The Bill was better when it came from the other place, which is why we were happy to support it on Second Reading. Sadly, the principles of independent investigation have in effect been removed. It is a struggle to balance the importance of that against the importance of all the good things in the Bill. A big part of me does not want to vote against the Bill, because it is a step forward, but losing the fundamental principle of an independent investigation will lead patients to not have the faith in the Bill that they otherwise could and should. It is with some regret, but to underline the importance of the strength of feeling on the matter of independence, that Liberal Democrats will vote alongside the Conservatives.
I am conscious that the Whips want to get home for their tea, so I will resist the temptation to dwell on what Opposition Members have said about legal advice, save to say that the whole tone of their remarks was so ill-judged as to be irresponsible and dangerous, and stems from a fundamental lack of understanding of what the Bill is about and a failure to understand the subtleties and complexities of clinical negligence and surrounding issues.
No. Hardly anybody gave way to me in Committee or this afternoon, so I will just make my brief remarks and sit down.
I spoke more than once on Second Reading and in Committee about different ways in which the Bill could have been dealt with from the beginning and different ways in which it could have been improved throughout. Most fundamentally, if I had designed the Bill, I would not have based it on the rather limiting test of liability in tort, but tried to develop a more modern, flexible and patient-centred avoidability test. For me, that is the key remaining weakness, although there is no reason why such issues should not be considered in future. My hon. Friend the Minister said that the operation of the Bill and the scheme will be reviewed. I urge him to examine those matters in the future.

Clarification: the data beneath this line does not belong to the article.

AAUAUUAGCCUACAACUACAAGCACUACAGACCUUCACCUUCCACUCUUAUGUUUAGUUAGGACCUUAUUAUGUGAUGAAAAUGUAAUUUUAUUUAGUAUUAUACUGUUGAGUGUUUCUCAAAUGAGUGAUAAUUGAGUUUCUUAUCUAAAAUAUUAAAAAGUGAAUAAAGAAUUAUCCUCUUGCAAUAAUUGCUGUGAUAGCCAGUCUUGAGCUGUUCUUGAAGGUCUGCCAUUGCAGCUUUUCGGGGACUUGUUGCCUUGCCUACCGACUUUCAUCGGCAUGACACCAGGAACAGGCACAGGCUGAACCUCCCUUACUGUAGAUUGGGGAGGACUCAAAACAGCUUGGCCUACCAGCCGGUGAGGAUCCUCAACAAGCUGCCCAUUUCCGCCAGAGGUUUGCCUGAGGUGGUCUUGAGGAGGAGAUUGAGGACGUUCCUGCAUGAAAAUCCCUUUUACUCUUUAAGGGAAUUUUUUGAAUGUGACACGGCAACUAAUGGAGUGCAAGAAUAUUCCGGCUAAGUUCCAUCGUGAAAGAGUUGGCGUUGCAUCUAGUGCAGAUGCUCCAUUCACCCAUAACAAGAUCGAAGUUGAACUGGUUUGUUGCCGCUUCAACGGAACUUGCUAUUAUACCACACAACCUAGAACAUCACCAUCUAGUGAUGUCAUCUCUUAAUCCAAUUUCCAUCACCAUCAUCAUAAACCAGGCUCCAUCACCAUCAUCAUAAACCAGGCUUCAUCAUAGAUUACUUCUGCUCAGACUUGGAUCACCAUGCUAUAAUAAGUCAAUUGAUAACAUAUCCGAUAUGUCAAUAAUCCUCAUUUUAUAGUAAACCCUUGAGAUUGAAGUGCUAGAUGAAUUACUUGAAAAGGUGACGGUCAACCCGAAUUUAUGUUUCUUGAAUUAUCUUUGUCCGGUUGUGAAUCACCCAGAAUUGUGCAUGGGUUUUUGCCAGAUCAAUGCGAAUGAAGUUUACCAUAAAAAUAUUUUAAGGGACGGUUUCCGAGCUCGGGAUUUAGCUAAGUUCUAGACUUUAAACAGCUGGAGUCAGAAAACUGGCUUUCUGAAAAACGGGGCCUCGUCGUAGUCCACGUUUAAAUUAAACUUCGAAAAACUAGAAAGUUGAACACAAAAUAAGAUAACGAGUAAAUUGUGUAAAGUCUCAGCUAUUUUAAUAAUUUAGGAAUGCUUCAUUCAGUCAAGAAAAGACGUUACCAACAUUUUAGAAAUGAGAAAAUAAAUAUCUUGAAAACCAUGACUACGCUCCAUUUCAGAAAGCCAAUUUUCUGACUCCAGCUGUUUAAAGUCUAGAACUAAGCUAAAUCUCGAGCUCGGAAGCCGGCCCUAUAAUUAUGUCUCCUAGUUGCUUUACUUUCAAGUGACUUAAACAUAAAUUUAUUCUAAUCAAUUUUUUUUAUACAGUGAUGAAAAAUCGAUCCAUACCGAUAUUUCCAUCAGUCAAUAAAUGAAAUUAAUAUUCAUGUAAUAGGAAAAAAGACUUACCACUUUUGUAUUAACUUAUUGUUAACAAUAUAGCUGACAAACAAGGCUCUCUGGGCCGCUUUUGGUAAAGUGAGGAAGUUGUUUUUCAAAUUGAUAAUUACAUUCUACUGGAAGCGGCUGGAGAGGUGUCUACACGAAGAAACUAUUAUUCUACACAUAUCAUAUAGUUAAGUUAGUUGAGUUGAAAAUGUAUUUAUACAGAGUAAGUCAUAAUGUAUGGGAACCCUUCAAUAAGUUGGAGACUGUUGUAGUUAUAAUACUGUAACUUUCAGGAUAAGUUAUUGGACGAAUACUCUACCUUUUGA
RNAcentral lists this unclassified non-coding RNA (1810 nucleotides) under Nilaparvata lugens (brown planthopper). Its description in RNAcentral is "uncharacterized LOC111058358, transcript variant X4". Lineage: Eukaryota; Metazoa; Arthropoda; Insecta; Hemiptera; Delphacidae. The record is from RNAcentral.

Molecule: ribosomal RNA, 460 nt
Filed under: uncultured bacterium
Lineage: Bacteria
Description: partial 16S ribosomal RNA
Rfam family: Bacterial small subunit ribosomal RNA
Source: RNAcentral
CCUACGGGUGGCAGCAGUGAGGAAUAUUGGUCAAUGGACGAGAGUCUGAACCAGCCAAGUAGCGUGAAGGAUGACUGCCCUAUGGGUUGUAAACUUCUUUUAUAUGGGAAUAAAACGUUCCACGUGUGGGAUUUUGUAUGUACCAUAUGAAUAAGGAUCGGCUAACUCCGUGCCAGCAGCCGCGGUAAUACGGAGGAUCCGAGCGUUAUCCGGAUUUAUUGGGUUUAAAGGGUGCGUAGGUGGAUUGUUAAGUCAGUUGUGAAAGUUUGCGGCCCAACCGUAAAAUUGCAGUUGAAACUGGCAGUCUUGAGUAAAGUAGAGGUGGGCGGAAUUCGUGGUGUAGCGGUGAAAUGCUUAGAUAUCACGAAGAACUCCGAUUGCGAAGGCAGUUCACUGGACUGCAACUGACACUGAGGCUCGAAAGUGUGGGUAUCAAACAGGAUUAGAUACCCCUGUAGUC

On the whole, the scheme and the Bill are good. It could make a genuine difference to people's lives at times of sickness, and to their relations with the NHS when it lets them down and they try to deal with that. I am pleased with and proud of the way in which the Bill has developed and changed. I sincerely recommend it to patients and patient consumer organisations.
My hon. Friend the Minister has provided a masterclass in listening government. He has trodden carefully and chosen wisely. He has done that with tolerance and good humour and won grudging plaudits from some Opposition Members. He has my wholehearted admiration and thanks. Until today, albeit on occasions, most Opposition Members had made a good fist of it, and my thanks and congratulations go to them.
The Bill was basically good all along. It is now immeasurably better for having been through Parliament. One cannot say either of those things about many measures. Having been involved with a Bill that satisfies both criteria, we should count ourselves lucky and commend it to our constituents and concerned organisations.
I shall not keep the Whips from their tea for more than a few moments, but I cannot resist telling the Minister that he is in danger of making me change one of my after-dinner speeches. My limited experience of Standing Committees has been uniformly depressing and frustrating. When I served on a Committee a long time ago, a senior Member whispered in my ear that he had tabled 600 amendments and not one was accepted. Yet an amendment to the Bill has been accepted. That is absolutely brilliant and I commend the Minister for that. He will be known as a listening Minister, and I hope that that will not be perceived as a sign of weakness and that he will continue to listen and take points.
Having said that, I still have two genuine worries. Sadly, I do not believe that we conveyed clearly what we meant by independence. I hope that the involvement of legal representation in the fact-finding part of the investigation will not increase the complexity of the process, make it adversarial or increase the stress levels for patients, relatives and staff. The medical profession abominate the involvement of the legal profession, as I am sure hon. Members realise.
I hope that, in time, advantages will be perceived in aligning the redress scheme more closely with the NHS complaints procedure, as "Making Amends" suggested.